Australia deports group of Sri Lankans from Christmas Island

The return of Sri Lankans from Christmas Island in Australia to Colombo overnight on a Government charter jet has fuelled speculation that Australian Border Force has inter­cepted a suspected asylum vessel in the past week, Th Australian newspaper reported.

A plane chartered by the ­Department of Immigration and Border Protection has left the Australian territory in the early hours of last morning with about 20 people — some of them guards and interpreters — onboard. Sri Lankan nationals were led up the steps of the plane with a guard on each side.

Christmas Island residents yesterday linked the deportations to an unusual spectacle last Thursday when two of the navy’s rigid inflatable vessels were seen towing a small boat close to the horizon.

The last known intercept of an asylum vessel on its way to Australia was in March.

The March monthly update on the department’s website stated: “During this period, Australian authorities worked with the government of Sri Lanka to return 25 people who were detected and intercepted attempting to reach Australia ­illegally by boat, in accordance with Australia’s protection obligations.’’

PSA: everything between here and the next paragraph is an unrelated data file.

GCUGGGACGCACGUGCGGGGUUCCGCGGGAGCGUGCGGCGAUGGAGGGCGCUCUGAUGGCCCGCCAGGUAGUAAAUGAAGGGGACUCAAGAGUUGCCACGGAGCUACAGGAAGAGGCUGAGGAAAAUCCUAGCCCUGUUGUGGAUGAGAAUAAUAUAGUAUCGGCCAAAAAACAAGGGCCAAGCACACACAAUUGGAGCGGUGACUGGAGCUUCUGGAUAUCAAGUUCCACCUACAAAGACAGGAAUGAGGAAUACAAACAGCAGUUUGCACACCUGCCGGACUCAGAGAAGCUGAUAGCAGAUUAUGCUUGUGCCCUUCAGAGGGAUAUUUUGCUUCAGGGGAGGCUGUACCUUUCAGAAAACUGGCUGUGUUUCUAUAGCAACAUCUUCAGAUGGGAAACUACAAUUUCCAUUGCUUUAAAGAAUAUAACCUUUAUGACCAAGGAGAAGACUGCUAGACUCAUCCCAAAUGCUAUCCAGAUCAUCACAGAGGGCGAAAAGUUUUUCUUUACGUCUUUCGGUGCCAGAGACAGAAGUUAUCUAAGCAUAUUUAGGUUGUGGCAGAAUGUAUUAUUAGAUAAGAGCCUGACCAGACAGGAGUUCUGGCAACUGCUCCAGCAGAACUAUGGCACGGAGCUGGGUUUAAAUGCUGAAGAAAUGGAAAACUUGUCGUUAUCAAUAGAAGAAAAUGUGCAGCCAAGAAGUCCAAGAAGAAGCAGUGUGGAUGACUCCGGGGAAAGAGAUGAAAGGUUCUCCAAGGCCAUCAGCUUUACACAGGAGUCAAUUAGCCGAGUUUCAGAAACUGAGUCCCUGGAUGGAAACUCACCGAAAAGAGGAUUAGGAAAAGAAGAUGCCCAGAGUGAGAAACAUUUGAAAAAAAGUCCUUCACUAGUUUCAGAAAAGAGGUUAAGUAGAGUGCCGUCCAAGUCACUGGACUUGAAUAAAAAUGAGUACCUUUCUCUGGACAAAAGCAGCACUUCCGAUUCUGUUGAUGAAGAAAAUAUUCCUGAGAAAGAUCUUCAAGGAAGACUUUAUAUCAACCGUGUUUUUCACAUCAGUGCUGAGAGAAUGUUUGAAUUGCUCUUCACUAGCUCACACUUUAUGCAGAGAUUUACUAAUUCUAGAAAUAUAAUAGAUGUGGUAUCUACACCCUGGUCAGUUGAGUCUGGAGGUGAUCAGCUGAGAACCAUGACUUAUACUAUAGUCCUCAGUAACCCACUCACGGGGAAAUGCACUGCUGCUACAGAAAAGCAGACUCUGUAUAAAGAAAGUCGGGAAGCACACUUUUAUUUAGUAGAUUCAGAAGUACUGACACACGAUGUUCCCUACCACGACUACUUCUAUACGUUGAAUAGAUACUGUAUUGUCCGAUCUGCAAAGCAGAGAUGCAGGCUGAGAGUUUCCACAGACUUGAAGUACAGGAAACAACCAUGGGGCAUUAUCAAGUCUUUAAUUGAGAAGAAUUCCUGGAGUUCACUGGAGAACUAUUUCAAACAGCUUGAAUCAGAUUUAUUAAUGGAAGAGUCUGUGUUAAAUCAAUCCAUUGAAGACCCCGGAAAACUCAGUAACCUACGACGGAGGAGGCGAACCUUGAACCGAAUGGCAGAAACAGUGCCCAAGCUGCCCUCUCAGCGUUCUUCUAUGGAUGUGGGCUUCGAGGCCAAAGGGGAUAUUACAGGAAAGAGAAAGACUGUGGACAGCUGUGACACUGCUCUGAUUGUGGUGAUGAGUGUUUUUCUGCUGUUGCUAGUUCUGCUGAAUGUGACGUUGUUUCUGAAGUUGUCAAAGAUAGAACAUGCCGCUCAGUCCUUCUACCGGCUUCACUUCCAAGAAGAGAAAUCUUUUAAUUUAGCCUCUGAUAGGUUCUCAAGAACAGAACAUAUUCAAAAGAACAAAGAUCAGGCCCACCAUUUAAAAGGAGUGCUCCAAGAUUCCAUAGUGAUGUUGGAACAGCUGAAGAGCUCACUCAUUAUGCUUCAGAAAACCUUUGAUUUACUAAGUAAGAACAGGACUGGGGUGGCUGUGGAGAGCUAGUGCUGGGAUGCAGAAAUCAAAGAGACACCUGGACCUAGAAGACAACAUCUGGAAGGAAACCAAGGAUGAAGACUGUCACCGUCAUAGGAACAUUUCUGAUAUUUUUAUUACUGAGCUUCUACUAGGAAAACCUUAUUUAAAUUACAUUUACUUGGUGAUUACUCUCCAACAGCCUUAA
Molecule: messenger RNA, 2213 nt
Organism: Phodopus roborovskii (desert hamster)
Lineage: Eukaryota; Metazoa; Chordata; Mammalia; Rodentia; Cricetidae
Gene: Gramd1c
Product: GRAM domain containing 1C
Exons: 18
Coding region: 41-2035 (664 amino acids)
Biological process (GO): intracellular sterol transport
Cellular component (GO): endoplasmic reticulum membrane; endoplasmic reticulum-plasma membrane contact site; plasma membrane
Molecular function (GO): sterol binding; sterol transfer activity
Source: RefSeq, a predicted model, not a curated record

A spokesman for Immigration Minister Peter Dutton yesterday declined to confirm any new intercept.

The Sri Lankan Government has been willing for some years to swiftly take back failed asylum-seekers stopped en route to Australia.

A fast-tracked method of returning asylum seekers was developed under the Gillard Labor government, when authorities first tested an expedited screening out process on Sri Lankans intercepted near Cocos (Keeling) Islands. This involves asking intercepted passengers a short series of questions while they are still at sea, such as “why did you come here?”. If the answers are not deemed to trigger Australia’s obligations, the passengers are returned to their country of origin by boat or plane.

Australia’s largest patrol vessel Ocean Shield visited Sri Lanka and India last month, the first ­official visit by an Australian Border Force vessel to those countries.

Border Force commissioner Roman Quaedvlieg was there to receive the vessel at Chennai Port.

“Australia values our strong ­relationships with Sri Lanka and India,” Mr Quaedvlieg said.

“Ocean Shield’s visit was an important opportunity to strengthen co-operation and support our common goal of ensuring safety and security across our maritime domains,’’ he said. The Ocean Shield crew exchanged expertise in “operational techniques” with the Sri Lankan navy and Indian Coast Guard.

During the sustained wave of boats between 2008 and 2013, Christmas Island sometimes held more than 6000 immigration detainees.

It now operates one detention centre with fewer than 1000 men, but many of them are not asylum-seekers. Instead, the centre has become a place to hold mostly men who are citizens of other countries and have committed crimes while ­living in Australia. Once their jail term ends, they are transferred to immigration ­detention to await deportation.


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